ignoring case, extract every line from the file reports.txt containing the word "expense", display the lines before and after each match, and print the relevant line numbers.

When there are 1 / n occurrences of pattern per line :

  • count lines having an a
    echo -e "apple\nbanana\ncoconut" | grep -c a
  • same method to (try to) count o
    echo -e "apple\nbanana\ncoconut" | grep -c o
    Because only 1 line has an o (albeit several occurrences within the line)
  • solution
    echo -e "apple\nbanana\ncoconut" | grep -o o | wc -l
  • and it actually returns the total number of occurrences within the input
    echo -e "apple\nbanana\ncoconut" | grep -o a | wc -l

Search and highlight non-ASCII characters within file (source) :

grep --color='auto' -P -n "[\x80-\xFF]" file

Search lines and environment matching a RegEx :

grep --color=auto -B 10 -P "Return code was : [^0][0-9]*" error.log

quiet mode and return codes :

Let's try some grep's :
echo -e 'a\nb\nc' | grep 'b'; echo $?
echo -e 'a\nb\nc' | grep -q 'b'; echo $?
echo -e 'a\nb\nc' | grep 'z'; echo $?
echo -e 'a\nb\nc' | grep -q 'z'; echo $?
echo -e 'a\nb\nc' | grep ; echo $?
Usage: grep [OPTION]... PATTERN [FILE]...
Try 'grep --help' for more information.
echo -e 'a\nb\nc' | grep -q; echo $?
Usage: grep [OPTION]... PATTERN [FILE]...
Try 'grep --help' for more information.
As a summary, both in normal and quiet modes :
  • result found + no error = 0
  • no result found + no error = 1
  • if error : 2



Read the ACL of a file :
getfacl file


getfacl can also be used in the context of a backup/restore of file permissions (source) :

  1. Backup : getfacl -R /path/to/dirContainingFilesWithPermissionsToBackup > /path/to/permissions.txt
  2. Play with file permissions
  3. Restore : setfacl --restore=/path/to/permissions.txt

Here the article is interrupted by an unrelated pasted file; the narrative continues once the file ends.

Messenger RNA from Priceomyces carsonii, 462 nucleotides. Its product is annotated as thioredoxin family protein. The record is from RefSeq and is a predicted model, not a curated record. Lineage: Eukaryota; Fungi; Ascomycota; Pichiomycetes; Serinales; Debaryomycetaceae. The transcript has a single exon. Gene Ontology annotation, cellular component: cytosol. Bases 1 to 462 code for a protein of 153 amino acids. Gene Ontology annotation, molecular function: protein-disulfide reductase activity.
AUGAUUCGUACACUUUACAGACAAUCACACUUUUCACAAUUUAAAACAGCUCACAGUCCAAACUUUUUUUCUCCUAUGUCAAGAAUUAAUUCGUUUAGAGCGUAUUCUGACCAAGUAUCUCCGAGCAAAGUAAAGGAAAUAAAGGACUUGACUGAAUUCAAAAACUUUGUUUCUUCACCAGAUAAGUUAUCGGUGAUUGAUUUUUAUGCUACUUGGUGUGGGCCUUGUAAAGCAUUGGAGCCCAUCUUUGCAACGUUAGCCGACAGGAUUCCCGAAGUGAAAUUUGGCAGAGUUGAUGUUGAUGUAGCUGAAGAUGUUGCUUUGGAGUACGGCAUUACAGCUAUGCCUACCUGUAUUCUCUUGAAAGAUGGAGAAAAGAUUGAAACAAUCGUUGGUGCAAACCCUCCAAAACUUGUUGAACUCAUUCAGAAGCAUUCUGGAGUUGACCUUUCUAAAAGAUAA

Display a user's group memberships


groups bob
bob : bob adm dialout cdrom plugdev lpadmin admin sambashare



getent lets admins get entries in a number of important text files called databases. This includes the passwd and group databases which store user information.

Since getent uses the same name service as the system, it will show all information, including that gained from network information sources such as LDAP.

The databases it searches in are :

Exit Status

Code Condition Details
0 Command completed successfully
2 No result found


Get information about a user account :

local account :

getent vs grep /etc/passwd :
  • grep ^root: /etc/passwd
  • getent passwd root
    Both return :
    • The ^ and : in the grep command are there to make sure we hit the username field of /etc/passwd . getent is much less error-prone.
    • In the getent command line above, passwd refers to the passwd database.
playing with another account :
  • getent passwd mysql
    mysql:x:27:27:MySQL Server:/var/lib/mysql:/bin/bash
  • by UID this time :
    getent passwd 27
    mysql:x:27:27:MySQL Server:/var/lib/mysql:/bin/bash

domain account :

As above :
  • getent passwd tanderson
    tanderson:*:1234567890:3456789012:Thomas ANDERSON:/home/tanderson:/bin/bash
  • getent passwd 1234567890
    tanderson:*:1234567890:3456789012:Thomas ANDERSON:/home/tanderson:/bin/bash
This may return no result, mostly because only local accounts are shown for performance reasons. Unless the domain has a huge number of users, it is possible to enable listing all of them (source) :
  1. edit /etc/sssd/sssd.conf
  2. add the line :
    enumerate = true
  3. restart sssd :
    systemctl restart sssd

Test whether a group exists :

  • grep ^myGroup: /etc/group
  • getent group myGroup
If myGroup exists, getent returns a Unix success and displays :
Otherwise, it displays nothing and returns a Unix failure.